When London resident Jane Beathard landed at the Las Vegas airport Sunday night, she had no idea of the tragedy that was about to hit Las Vegas and the nation less than an hour later.
Beathard, an outdoor writer and contributor to The Madison Press, splits her time between living in Madison County and Las Vegas, and had flown west to her home there Sunday evening.
“Our plane landed about 9 p.m.,” Beathard said in a phone interview Tuesday from Las Vegas with The Press. “We took the bus to the park-and-ride. We decided to take the I-15 to our street instead of the outerbelt. We were on the I-15 just behind the Mandalay Bay about 10 before 10 p.m., and the first shots were at about 10:08 p.m.,” she said. “We must have missed it by about 20 minutes.”
Just after 10 p.m. Sunday, a gunman killed 59 people and injured nearly 600 in the deadliest mass killing in modern American history. He opened fire with automatic weapons from the 32nd floor of the Mandalay Bay casino hotel into a nearby crowd of more than 22,000 country concert-goers on the Las Vegas strip.
The gunman took his own life before a SWAT team broke into the hotel room.
Beathard said this concert has been held there for the last four years bringing to Las Vegas a number of major acts.
“We came home and turned on the TV and all at once the news cut in on the end of the show. At first it was total chaos; no one knew what was really happening,” she said.
She said that at first, no one realized the scope of what had happened. “There have been incidents on the strip in the past, but nothing on this scale.”
Like everyone else, I was just so totally shocked at the number of people killed and many still in critical condition,” she said. “I think it was the sheer numbers,” she said, that shocked her.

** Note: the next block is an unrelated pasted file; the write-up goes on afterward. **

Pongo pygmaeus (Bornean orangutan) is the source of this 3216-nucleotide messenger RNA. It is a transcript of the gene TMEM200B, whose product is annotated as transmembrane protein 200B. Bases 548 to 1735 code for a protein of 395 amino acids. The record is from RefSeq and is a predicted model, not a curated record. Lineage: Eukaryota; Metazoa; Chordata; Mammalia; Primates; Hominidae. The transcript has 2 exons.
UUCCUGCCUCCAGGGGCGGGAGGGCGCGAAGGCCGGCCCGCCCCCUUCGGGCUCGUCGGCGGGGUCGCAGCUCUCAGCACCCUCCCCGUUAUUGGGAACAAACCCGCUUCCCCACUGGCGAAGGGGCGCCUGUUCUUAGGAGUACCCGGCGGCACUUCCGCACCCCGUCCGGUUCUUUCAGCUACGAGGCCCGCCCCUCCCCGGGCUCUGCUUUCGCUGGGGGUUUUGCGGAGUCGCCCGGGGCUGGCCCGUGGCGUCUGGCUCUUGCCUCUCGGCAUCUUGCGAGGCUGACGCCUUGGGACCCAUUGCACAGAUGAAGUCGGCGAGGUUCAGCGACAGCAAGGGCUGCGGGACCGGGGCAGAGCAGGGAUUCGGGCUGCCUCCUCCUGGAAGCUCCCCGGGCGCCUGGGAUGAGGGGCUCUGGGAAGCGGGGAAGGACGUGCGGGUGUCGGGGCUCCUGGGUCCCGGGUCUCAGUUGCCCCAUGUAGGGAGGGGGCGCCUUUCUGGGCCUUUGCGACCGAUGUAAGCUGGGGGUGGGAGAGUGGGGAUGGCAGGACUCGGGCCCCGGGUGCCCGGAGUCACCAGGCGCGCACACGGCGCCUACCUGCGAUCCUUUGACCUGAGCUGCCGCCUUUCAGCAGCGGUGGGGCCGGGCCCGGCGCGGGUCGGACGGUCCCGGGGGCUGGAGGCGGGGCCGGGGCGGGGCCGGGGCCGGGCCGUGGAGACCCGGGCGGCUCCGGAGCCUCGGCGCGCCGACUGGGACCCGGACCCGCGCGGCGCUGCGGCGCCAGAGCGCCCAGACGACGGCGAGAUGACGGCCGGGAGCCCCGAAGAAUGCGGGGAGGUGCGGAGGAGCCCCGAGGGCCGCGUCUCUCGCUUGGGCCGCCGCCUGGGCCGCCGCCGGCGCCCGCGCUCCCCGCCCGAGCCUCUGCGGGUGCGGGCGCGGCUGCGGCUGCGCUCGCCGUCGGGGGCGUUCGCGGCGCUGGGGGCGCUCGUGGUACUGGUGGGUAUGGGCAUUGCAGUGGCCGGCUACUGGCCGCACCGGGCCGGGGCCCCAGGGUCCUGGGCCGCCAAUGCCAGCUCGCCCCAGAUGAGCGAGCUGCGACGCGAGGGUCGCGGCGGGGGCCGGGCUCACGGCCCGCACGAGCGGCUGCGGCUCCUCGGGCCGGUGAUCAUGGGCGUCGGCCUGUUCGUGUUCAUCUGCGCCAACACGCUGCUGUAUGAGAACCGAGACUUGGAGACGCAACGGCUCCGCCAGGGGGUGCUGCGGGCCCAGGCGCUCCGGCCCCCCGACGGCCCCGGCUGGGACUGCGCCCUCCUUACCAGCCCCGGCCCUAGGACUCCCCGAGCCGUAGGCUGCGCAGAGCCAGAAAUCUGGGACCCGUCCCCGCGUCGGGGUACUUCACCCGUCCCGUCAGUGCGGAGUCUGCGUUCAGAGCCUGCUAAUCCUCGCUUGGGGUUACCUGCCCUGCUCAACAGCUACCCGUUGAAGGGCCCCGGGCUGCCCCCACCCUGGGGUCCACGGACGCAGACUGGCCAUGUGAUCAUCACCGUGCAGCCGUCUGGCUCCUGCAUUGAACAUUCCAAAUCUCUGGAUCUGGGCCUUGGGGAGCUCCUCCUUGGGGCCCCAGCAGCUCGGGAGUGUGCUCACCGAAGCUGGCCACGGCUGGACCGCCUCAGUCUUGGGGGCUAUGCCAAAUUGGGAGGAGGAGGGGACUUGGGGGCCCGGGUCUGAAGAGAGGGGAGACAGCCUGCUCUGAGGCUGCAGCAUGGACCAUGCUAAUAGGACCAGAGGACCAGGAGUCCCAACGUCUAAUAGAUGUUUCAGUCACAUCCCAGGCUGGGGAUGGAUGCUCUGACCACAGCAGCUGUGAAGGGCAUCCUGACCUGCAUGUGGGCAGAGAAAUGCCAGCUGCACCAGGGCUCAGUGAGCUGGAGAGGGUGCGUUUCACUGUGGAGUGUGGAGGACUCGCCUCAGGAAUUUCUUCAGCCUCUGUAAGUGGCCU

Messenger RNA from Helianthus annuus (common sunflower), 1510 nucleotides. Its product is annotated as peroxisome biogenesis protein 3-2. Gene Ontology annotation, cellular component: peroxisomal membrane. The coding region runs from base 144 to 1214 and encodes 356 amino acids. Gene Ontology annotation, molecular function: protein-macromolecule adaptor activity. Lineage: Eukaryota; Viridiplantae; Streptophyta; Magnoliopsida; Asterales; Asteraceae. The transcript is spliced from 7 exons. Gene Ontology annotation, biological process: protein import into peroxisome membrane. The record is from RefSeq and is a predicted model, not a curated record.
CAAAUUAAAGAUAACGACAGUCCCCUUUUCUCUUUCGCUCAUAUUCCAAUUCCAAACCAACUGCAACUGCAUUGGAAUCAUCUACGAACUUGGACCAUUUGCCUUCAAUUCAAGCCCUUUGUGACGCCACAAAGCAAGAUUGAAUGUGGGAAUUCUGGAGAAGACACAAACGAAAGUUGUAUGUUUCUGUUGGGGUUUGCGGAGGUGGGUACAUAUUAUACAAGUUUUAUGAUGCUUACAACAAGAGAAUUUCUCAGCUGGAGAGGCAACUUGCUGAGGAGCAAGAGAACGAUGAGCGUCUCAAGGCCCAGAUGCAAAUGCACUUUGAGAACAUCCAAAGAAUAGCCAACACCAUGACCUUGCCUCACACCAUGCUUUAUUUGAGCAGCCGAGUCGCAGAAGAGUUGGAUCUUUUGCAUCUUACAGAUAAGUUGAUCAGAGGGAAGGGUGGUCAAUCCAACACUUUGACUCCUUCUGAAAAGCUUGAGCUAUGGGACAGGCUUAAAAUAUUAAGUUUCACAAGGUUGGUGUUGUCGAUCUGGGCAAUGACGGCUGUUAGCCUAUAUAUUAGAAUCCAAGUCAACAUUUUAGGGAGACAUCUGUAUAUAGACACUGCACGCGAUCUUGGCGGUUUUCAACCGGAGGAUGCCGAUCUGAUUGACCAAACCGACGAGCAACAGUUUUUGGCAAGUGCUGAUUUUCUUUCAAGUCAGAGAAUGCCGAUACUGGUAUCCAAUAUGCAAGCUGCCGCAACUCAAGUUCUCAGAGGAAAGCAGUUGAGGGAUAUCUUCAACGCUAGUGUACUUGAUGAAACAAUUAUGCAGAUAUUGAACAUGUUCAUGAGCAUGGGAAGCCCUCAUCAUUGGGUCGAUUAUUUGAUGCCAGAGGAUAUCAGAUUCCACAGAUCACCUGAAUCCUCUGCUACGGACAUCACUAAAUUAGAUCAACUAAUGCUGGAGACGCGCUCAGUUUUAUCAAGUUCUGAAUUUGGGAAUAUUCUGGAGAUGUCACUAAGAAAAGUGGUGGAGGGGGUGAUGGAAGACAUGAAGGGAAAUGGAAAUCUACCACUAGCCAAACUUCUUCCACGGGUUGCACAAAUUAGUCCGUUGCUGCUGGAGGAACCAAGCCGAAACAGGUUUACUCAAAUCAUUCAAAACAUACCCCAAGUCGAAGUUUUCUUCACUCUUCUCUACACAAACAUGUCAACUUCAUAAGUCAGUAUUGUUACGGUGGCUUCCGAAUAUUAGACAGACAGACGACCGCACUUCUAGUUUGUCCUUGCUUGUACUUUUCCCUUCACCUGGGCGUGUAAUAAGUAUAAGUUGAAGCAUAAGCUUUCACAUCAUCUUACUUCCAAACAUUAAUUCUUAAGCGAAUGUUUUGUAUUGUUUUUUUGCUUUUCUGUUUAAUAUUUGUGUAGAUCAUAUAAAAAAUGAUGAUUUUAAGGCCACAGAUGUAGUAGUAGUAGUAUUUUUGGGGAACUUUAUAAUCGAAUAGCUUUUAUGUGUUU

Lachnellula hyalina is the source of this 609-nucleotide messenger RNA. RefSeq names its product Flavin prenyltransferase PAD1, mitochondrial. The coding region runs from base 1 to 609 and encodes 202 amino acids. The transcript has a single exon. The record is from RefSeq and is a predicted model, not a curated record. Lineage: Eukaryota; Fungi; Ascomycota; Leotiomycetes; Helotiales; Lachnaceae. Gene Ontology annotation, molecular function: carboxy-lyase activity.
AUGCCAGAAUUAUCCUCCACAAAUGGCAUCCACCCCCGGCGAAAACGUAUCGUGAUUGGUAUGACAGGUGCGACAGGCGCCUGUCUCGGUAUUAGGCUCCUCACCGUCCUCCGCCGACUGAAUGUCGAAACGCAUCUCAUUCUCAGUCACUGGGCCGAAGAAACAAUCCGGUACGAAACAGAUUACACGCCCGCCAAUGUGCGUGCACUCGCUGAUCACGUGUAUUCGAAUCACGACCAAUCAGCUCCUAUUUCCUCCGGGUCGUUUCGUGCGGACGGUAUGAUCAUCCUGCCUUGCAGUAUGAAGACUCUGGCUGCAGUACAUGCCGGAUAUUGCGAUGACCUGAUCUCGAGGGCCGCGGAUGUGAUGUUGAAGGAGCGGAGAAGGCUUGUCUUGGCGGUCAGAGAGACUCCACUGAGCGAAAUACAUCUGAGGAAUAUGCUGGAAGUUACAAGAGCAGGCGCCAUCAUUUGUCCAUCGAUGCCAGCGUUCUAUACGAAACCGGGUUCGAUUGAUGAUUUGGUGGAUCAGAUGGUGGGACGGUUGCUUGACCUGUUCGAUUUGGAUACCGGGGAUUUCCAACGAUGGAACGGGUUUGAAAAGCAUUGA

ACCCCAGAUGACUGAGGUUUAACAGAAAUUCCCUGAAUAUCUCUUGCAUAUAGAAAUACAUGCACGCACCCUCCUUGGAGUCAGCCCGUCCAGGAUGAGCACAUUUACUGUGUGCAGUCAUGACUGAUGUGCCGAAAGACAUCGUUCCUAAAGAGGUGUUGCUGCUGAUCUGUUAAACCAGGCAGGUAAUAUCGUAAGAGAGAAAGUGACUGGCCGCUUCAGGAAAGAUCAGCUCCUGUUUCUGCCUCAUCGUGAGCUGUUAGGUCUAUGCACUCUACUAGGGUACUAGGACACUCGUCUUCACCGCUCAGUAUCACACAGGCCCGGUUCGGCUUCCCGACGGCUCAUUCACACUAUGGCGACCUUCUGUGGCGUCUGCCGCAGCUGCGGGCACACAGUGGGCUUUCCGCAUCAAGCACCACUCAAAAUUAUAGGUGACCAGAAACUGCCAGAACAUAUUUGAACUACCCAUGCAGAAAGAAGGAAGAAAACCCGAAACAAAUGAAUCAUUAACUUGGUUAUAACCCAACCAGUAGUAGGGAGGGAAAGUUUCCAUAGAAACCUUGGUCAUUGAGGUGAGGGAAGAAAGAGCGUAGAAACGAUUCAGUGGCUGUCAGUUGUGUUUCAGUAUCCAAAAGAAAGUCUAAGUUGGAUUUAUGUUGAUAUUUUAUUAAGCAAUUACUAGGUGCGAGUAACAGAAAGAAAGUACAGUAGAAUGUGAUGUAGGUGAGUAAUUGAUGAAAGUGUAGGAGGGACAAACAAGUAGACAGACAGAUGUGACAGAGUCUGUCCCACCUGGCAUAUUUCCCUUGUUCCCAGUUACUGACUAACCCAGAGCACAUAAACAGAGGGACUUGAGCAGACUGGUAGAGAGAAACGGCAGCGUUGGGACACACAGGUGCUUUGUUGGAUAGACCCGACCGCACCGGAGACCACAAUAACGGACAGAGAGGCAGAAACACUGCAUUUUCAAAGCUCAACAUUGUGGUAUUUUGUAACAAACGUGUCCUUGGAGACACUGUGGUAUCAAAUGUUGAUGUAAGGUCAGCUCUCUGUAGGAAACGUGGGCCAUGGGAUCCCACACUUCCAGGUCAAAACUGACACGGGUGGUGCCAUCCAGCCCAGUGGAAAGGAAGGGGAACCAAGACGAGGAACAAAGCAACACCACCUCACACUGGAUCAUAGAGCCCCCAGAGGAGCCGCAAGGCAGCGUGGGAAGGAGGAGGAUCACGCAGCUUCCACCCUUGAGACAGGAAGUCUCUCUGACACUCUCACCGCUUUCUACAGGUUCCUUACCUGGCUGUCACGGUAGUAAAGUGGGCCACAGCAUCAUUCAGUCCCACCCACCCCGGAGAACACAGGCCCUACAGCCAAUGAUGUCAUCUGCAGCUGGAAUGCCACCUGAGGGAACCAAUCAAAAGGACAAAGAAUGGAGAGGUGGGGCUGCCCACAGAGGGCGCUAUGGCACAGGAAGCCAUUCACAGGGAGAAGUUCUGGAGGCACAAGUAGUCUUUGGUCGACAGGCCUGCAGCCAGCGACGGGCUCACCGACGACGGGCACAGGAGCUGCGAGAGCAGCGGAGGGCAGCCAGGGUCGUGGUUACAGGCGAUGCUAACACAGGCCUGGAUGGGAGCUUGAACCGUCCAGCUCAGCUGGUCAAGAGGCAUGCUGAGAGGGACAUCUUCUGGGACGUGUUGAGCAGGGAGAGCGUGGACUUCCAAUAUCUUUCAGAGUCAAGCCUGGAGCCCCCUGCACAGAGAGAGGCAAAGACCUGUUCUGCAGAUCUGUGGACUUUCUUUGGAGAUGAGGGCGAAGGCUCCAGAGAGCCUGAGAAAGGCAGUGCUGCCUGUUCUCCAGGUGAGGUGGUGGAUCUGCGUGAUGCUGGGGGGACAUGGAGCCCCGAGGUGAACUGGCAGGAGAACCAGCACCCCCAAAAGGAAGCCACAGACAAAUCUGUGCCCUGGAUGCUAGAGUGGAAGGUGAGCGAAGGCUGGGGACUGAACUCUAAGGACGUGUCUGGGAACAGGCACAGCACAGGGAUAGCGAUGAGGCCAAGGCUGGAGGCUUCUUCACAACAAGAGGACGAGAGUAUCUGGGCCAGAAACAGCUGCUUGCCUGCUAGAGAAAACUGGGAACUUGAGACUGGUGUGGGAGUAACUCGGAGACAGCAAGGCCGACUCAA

She said a few years ago she had met the police spokesperson in Las Vegas at a media conference. “He told me that the city is considered a big target for terrorists because they know some of the 911 hijackers had spent time here. They are never below a yellow alert.”
She added that the University Medical Center there had a mass casualty drill just six weeks before. “It is the only Level One trauma center in the state,” she said. “They had been working on ways to improve their mass casualty response.”
She said that overall, she spends her time in Las Vegas in the fall and winter, and returns to London in the spring and summer. “Las Vegas is more of a vacation home. I spend about a third of my time here.”
She said that after the shootings Sunday night, she has spent a lot of time answering messages, calls and emails from London area friends checking on her health and safety.
“I have to give the police a lot of credit for determining where the shots came from so quickly. There’s a lot of distance between the Mandalay Bay and where the concert was,” Beathard said. “You would look for a shooter in the crowd, not on the 32nd floor of a hotel.”
On Monday, Beathard said she went to get a prescription and nearby was the city’s largest blood donation center. “The lines of people waiting to give blood was down the street, and there were officers directing traffic,” she said because the numbers wanting to donate was so large. “They were estimating the wait to give blood was five hours.”
She adding that there were cash donations for the families being accepted and that had already reached the two and half million dollar goal.
“There are still people trying to locate family members,” she said.
Beathard said that the shooter, Stephen Craig Paddock, would have passed any background check. “He had no history of mental illness. He just appeared to be a gun collector. He had explosives in his vehicle, explosives in his house and about 19 guns. All of the guns were legal here,” she said. “Nevada has among of the most liberal gun law in the nation.”
She said it was obvious the shooter had planned it well ahead of time. “How he got all the guns into his hotel room is another thing authorities are looking at. It’s my understanding that he just kept his ‘do not disturb’ signs on his door the whole time so the maids would not enter.”
She wondered if this tragedy will change how hotels handle their security, making access more restricted.
“We have been wondering about how close we were to this. And we think about the fact that we passed by that hotel about 20 minutes before everything happened,” she said.
Reach General Manager/Editor Gary Brock at 937-556-5759.